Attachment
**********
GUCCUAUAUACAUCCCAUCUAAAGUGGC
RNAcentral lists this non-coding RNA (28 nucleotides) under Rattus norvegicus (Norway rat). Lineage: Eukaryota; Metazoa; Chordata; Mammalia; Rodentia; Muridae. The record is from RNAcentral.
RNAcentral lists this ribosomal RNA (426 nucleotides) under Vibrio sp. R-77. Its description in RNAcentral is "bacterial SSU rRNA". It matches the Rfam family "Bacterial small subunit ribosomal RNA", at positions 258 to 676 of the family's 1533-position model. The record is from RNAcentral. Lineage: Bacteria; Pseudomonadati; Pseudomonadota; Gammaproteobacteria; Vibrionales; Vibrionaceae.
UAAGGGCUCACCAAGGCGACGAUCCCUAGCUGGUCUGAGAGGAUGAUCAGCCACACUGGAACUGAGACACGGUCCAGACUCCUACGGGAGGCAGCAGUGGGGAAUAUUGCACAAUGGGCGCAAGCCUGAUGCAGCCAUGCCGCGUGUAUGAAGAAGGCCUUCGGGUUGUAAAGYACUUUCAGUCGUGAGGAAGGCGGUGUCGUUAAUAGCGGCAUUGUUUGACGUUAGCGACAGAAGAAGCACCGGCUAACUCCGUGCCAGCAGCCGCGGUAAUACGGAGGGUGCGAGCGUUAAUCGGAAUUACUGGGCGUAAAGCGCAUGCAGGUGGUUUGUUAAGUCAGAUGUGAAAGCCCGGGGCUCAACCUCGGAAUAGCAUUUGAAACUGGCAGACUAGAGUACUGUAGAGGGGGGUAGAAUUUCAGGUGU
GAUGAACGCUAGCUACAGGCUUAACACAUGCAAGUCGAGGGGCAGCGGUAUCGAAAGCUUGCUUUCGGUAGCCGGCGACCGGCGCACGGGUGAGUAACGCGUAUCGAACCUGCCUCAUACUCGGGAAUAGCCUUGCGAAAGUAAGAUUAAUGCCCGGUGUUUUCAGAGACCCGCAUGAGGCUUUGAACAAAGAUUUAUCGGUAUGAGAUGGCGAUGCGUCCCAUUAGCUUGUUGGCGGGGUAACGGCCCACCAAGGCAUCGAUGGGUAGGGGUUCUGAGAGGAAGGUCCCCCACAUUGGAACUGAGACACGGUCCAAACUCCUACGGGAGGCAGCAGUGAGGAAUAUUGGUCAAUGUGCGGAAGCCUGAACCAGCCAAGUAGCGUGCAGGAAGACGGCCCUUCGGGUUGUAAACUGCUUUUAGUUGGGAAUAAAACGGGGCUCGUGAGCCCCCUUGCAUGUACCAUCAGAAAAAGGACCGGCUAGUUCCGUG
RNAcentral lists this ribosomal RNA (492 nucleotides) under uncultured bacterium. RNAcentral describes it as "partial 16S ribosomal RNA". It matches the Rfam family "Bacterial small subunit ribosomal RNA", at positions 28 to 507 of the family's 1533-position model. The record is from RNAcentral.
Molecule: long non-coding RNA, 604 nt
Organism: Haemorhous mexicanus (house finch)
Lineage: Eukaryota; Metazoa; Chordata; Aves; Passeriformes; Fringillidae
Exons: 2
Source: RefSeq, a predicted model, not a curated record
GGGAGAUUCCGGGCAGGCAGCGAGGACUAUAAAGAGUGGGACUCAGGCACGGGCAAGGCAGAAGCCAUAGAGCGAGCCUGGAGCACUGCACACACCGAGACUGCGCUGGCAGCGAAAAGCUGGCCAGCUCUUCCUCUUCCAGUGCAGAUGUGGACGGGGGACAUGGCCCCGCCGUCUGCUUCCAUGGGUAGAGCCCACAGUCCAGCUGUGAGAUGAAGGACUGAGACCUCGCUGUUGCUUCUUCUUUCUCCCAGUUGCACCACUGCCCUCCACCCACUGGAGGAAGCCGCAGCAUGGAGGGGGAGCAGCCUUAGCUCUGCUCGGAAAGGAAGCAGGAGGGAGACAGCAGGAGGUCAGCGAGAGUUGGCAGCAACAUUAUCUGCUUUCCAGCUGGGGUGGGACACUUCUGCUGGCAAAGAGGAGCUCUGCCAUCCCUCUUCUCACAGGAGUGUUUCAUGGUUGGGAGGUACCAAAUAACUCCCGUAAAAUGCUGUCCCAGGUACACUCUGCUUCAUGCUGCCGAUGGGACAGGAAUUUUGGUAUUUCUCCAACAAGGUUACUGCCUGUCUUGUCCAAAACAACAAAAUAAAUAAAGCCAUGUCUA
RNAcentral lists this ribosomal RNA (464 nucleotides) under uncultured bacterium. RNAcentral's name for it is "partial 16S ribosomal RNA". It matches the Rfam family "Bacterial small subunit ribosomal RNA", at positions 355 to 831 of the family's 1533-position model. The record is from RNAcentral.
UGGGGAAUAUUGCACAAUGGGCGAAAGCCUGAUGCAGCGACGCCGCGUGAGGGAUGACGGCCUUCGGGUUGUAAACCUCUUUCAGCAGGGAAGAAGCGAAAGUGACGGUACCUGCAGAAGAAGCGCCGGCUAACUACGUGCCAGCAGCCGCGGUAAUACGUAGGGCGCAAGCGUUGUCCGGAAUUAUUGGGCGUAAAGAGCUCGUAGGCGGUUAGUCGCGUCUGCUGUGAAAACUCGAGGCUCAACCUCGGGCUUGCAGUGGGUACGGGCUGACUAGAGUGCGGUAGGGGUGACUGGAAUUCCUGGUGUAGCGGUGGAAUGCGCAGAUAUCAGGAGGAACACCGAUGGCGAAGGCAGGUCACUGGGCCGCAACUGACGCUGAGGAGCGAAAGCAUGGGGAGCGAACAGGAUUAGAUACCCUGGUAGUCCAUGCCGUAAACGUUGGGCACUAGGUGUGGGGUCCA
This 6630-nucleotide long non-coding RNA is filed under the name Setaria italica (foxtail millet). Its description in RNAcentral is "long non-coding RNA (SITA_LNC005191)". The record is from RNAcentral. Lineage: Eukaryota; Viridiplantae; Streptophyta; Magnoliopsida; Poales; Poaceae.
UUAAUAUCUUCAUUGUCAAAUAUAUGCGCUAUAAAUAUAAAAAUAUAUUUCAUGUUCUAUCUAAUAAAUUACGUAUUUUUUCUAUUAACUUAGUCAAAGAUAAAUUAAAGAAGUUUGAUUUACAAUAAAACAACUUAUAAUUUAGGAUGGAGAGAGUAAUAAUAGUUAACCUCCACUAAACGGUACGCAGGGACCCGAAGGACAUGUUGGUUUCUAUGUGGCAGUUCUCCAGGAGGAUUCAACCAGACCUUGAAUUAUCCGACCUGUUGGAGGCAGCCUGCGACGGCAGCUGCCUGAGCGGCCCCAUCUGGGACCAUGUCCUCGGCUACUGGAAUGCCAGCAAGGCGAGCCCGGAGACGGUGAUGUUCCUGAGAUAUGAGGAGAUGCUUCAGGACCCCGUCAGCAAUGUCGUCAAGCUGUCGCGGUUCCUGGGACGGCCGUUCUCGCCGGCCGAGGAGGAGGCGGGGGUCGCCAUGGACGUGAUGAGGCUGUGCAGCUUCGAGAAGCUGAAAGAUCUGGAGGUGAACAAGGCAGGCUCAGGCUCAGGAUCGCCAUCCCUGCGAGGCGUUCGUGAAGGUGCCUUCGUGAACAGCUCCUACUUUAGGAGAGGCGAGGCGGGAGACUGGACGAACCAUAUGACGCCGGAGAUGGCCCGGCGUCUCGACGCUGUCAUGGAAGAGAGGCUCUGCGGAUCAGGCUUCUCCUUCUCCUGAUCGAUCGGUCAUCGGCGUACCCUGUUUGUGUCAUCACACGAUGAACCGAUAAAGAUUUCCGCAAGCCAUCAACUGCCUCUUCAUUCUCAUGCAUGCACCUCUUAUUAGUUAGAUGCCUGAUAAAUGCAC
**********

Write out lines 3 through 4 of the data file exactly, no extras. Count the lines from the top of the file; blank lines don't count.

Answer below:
RNAcentral lists this ribosomal RNA (426 nucleotides) under Vibrio sp. R-77. Its description in RNAcentral is "bacterial SSU rRNA". It matches the Rfam family "Bacterial small subunit ribosomal RNA", at positions 258 to 676 of the family's 1533-position model. The record is from RNAcentral. Lineage: Bacteria; Pseudomonadati; Pseudomonadota; Gammaproteobacteria; Vibrionales; Vibrionaceae.
UAAGGGCUCACCAAGGCGACGAUCCCUAGCUGGUCUGAGAGGAUGAUCAGCCACACUGGAACUGAGACACGGUCCAGACUCCUACGGGAGGCAGCAGUGGGGAAUAUUGCACAAUGGGCGCAAGCCUGAUGCAGCCAUGCCGCGUGUAUGAAGAAGGCCUUCGGGUUGUAAAGYACUUUCAGUCGUGAGGAAGGCGGUGUCGUUAAUAGCGGCAUUGUUUGACGUUAGCGACAGAAGAAGCACCGGCUAACUCCGUGCCAGCAGCCGCGGUAAUACGGAGGGUGCGAGCGUUAAUCGGAAUUACUGGGCGUAAAGCGCAUGCAGGUGGUUUGUUAAGUCAGAUGUGAAAGCCCGGGGCUCAACCUCGGAAUAGCAUUUGAAACUGGCAGACUAGAGUACUGUAGAGGGGGGUAGAAUUUCAGGUGU